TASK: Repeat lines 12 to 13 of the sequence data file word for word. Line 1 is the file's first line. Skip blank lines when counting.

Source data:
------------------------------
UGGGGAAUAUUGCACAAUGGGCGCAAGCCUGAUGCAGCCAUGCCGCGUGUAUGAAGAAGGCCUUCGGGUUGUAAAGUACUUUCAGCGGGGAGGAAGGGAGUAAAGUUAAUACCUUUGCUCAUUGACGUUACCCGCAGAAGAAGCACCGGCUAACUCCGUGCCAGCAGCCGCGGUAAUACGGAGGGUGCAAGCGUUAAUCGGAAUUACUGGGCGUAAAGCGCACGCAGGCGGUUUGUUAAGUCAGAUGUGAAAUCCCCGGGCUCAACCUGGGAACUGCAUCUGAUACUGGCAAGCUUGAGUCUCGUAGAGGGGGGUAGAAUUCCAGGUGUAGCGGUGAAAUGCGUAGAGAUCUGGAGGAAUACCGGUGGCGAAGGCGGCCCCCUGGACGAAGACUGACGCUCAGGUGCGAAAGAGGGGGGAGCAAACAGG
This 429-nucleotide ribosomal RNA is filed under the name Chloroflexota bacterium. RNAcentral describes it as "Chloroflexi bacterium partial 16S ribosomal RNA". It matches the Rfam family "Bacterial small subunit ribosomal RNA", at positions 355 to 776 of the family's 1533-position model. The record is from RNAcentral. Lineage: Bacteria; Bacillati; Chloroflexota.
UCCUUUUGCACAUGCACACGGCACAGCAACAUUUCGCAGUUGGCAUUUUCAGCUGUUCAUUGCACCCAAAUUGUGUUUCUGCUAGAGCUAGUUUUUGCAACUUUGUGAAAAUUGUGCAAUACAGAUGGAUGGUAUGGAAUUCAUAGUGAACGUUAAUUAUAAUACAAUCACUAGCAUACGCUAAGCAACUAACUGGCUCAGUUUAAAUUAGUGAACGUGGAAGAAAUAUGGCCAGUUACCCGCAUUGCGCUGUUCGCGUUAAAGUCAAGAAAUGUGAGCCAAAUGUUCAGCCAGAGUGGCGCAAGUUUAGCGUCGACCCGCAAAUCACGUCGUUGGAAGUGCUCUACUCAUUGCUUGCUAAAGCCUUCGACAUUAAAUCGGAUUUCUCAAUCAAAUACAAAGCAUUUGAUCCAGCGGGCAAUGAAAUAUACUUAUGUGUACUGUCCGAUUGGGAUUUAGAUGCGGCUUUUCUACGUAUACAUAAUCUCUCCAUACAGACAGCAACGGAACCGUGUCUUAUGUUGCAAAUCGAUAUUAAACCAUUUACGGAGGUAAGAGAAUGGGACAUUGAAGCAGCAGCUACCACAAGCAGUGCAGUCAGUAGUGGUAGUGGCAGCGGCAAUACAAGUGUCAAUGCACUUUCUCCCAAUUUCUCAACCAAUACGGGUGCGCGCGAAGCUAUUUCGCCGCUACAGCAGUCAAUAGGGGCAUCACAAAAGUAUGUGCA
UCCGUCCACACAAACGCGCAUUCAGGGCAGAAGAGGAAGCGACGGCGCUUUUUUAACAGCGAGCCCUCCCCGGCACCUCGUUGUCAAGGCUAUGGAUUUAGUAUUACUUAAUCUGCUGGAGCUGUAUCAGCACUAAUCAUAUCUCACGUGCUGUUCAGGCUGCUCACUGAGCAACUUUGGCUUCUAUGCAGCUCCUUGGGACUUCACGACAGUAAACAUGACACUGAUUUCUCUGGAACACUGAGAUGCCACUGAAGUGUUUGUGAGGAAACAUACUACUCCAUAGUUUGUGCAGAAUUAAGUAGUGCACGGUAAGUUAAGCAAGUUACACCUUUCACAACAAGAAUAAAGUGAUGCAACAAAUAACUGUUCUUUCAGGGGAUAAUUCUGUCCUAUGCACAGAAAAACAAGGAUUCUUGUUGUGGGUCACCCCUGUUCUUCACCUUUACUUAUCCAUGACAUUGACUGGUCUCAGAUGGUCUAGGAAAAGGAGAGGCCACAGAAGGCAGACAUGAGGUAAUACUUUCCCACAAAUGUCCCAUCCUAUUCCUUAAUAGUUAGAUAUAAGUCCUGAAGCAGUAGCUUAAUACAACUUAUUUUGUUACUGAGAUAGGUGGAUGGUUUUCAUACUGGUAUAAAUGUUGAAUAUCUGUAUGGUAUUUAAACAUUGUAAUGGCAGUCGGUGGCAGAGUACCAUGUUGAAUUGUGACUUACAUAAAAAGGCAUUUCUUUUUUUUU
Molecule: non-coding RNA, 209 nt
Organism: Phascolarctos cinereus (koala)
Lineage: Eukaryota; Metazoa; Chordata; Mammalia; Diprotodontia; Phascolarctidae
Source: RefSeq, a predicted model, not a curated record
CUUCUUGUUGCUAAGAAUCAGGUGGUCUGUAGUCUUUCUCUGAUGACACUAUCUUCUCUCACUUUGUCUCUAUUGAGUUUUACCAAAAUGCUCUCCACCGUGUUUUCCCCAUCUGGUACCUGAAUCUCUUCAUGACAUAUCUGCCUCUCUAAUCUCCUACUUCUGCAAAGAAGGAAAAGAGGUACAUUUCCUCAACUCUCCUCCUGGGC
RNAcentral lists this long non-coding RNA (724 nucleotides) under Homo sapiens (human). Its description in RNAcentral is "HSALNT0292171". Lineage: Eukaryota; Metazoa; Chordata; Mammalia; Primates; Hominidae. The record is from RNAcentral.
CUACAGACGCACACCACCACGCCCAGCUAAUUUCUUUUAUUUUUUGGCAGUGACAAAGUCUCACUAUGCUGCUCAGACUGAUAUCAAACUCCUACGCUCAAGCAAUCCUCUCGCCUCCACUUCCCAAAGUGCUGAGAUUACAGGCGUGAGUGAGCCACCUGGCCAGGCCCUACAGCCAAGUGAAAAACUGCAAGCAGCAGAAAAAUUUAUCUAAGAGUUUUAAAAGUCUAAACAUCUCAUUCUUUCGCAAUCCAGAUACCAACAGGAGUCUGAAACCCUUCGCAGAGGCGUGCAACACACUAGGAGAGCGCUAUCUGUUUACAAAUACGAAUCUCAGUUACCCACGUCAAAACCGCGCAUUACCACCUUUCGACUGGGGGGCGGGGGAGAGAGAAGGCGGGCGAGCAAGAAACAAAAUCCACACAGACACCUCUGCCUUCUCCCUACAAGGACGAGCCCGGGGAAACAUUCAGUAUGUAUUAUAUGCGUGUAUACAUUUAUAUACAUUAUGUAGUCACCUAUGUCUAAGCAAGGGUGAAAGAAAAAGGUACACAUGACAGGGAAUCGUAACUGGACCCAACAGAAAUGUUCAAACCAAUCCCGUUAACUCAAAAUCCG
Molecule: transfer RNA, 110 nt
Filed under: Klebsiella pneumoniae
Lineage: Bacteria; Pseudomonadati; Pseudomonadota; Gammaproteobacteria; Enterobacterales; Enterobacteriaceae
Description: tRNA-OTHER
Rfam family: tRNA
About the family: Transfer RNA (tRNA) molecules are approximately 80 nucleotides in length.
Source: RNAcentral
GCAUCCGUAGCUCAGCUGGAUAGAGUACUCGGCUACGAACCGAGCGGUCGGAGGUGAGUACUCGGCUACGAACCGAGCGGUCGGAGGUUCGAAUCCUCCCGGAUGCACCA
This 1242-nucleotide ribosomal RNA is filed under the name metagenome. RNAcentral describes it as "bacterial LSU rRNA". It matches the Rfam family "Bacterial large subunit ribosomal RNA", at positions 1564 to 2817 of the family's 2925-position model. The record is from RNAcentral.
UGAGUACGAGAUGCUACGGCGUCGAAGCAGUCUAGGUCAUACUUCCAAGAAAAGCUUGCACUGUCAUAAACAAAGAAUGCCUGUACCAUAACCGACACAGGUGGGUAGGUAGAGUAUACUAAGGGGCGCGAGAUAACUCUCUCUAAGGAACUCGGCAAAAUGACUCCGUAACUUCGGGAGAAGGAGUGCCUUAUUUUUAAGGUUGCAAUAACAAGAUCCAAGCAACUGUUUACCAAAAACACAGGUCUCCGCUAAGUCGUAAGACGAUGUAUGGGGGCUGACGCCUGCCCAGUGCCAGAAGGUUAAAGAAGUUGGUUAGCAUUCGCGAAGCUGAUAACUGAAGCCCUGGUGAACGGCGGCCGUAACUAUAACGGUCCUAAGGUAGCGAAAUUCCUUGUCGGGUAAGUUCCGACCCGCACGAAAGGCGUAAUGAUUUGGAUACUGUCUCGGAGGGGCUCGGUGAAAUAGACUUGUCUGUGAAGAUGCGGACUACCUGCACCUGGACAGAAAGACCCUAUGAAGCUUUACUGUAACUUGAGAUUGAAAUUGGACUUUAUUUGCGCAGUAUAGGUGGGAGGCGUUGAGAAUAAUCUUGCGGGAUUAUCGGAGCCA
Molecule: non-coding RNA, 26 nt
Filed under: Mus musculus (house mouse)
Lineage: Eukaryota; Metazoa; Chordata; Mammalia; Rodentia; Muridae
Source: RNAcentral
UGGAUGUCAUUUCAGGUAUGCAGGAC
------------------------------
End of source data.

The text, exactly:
Molecule: transfer RNA, 110 nt
Filed under: Klebsiella pneumoniae